Optimistic or Fool-hearted? Do the San Francisco Giant Have the Right Attitude at the Deadline?

Up until a few weeks ago, one of the focal talking points of the 2019 baseball season was who would trade for Madison Bumgarner and Will Smith from the San Francisco Giants at the trade deadline. With their expiring contracts and a franchise that feels ready to accept the need to rebuild, it was just assumed they would move two of their valuable assets in order to prepare for the future. That is, until an out-of-the-blue hot streak got them within a couple of games of the National League Wild Card. Suddenly, 2019 did not seem so lost to the Giant’s personnel, who have all but forgotten the trade talks in place just a few weeks ago. While this method of thinking is surely preferable to the fans, is it really the best thing for the franchise in the long term?

The Giants are not set up for long-term success. Their farm system lacks any serious prospects, and they have not shown much prowess in free-agency over the last couple years. Although they are significantly more talented than tanking teams such as the Marlins or the Orioles, their conflict on the direction in which to take the franchise is costing them. They have been stuck in playoff-less mediocrity for the last few seasons, and the front office has shown little proof of any sort of exit strategy.

What is worse than the Giant’s lack of planning is their misplaced belief in this 2019 squad. Despite recent success, this team is still far from looking like a true contender. While their hot streak momentarily put them within striking distance of the postseason, it is nothing more than a mirage. While they are currently two games over .500 on the year, their Pythagorean Win-Loss says they should actually be seven games under it. Their lineup has been boosted by over-performing players who are sure to come back to Earth in the next few weeks. Their starting pitching has Madison Bumgarner, but then four other arms who are having significantly below average seasons. Their bullpen has been stellar, but that is of little consequence on a team that will rarely have a lead late in the game. This team simply does not have the pieces to truly contend for anything significant at the moment.

It makes sense that the Giants are reluctant to trade. Their long-time, 3 time World Champion manager Bruce Bochy has announced that this year will be his final at the helm. it would be a Hollywood ending to send him off with a miraculous playoff appearance that nobody expected. Why finish his great career by trading one of his favorite players when you don’t have to?

The answer is that they DO have to. This year was always meant to be a transition year. They trade off some of their valuable assets, build up their farm system, make a few prudent moves in free agency and are back to competing in the next couple years, ideally right when their rivals, the Los Angeles Dodgers, are beginning to decline and relinquish their hold on the National League West. By ignoring this plan, they are setting themselves back at least a year. Maybe longer, since they are not likely to resign Bumgarner or Smith, leaving them with less value to trade.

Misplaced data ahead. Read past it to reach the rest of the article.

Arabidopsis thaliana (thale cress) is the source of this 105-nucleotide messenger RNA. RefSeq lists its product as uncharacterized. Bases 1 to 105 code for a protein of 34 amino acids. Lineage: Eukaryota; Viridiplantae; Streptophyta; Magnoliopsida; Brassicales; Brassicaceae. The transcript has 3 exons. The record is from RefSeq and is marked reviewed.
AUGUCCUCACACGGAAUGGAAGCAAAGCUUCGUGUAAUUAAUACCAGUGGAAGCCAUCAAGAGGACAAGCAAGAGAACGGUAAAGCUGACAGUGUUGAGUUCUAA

By not selling this year at the deadline, the Giants are putting themselves in a trap. If they don’t at least augment their farm system this year, they will have to completely tank. They won’t have anything to trade for prospects, and will be forced to rebuild completely through the draft. That process takes significantly longer, and is less likely to succeed. The fans surely do not want to watch the team give up this year, especially when its this close, but the alternative is an even longer wait for a good team to root for in the future. For the Giants, the moves are going to hurt, but that does not mean that they aren’t the moves that need to be made.

A Trade for Trading's Sake; The Rockets' Move to Acquire Westbrook for Paul Will Create More Problems Than It Solves

The Houston Rockets did not need to make too many moves this offseason. While their chemistry was clearly breaking down after a rocky 2018-19 season, their position was still enviable after the Golden State Warriors lost Kevin Durant. The West opened up, and the Rockets’ experienced core had to have as much as a chance to pick up the mantle as any other teams, even after both Los Angeles teams acquired multiple superstars. All they had to do was work through the clubhouse issues with the way star James Harden was used, at least enough to please a clearly frustrated Chris Paul, and their chemistry and knowledge of how to play together should give them a huge advantage over the rest of the competition. Instead, they chose to panic and trade for the absolute last player James Harden should ever be playing with.

Russell Westbrook is one of the greatest point-guards in the history of basketball. His athleticism and court vision give him the complete package on the offensive end, and the ferocity he plays with should give the opposing teams goosebumps every time they’re unfortunate enough to play him. His game is so complete that he managed three consecutive seasons of averaging a triple-double, a feat nobody had even done once since Oscar Robertson. There is one huge side affect to his unique skillset, however. He needs the ball to be in his hands every single possession. The reason he played fairly well with Paul George in Oklahoma City last year was that George was able to play well without the ball, playing good defense and setting himself up in a solid shooting position consistently. When paired with James Harden, however, the scheme does not work quite the same.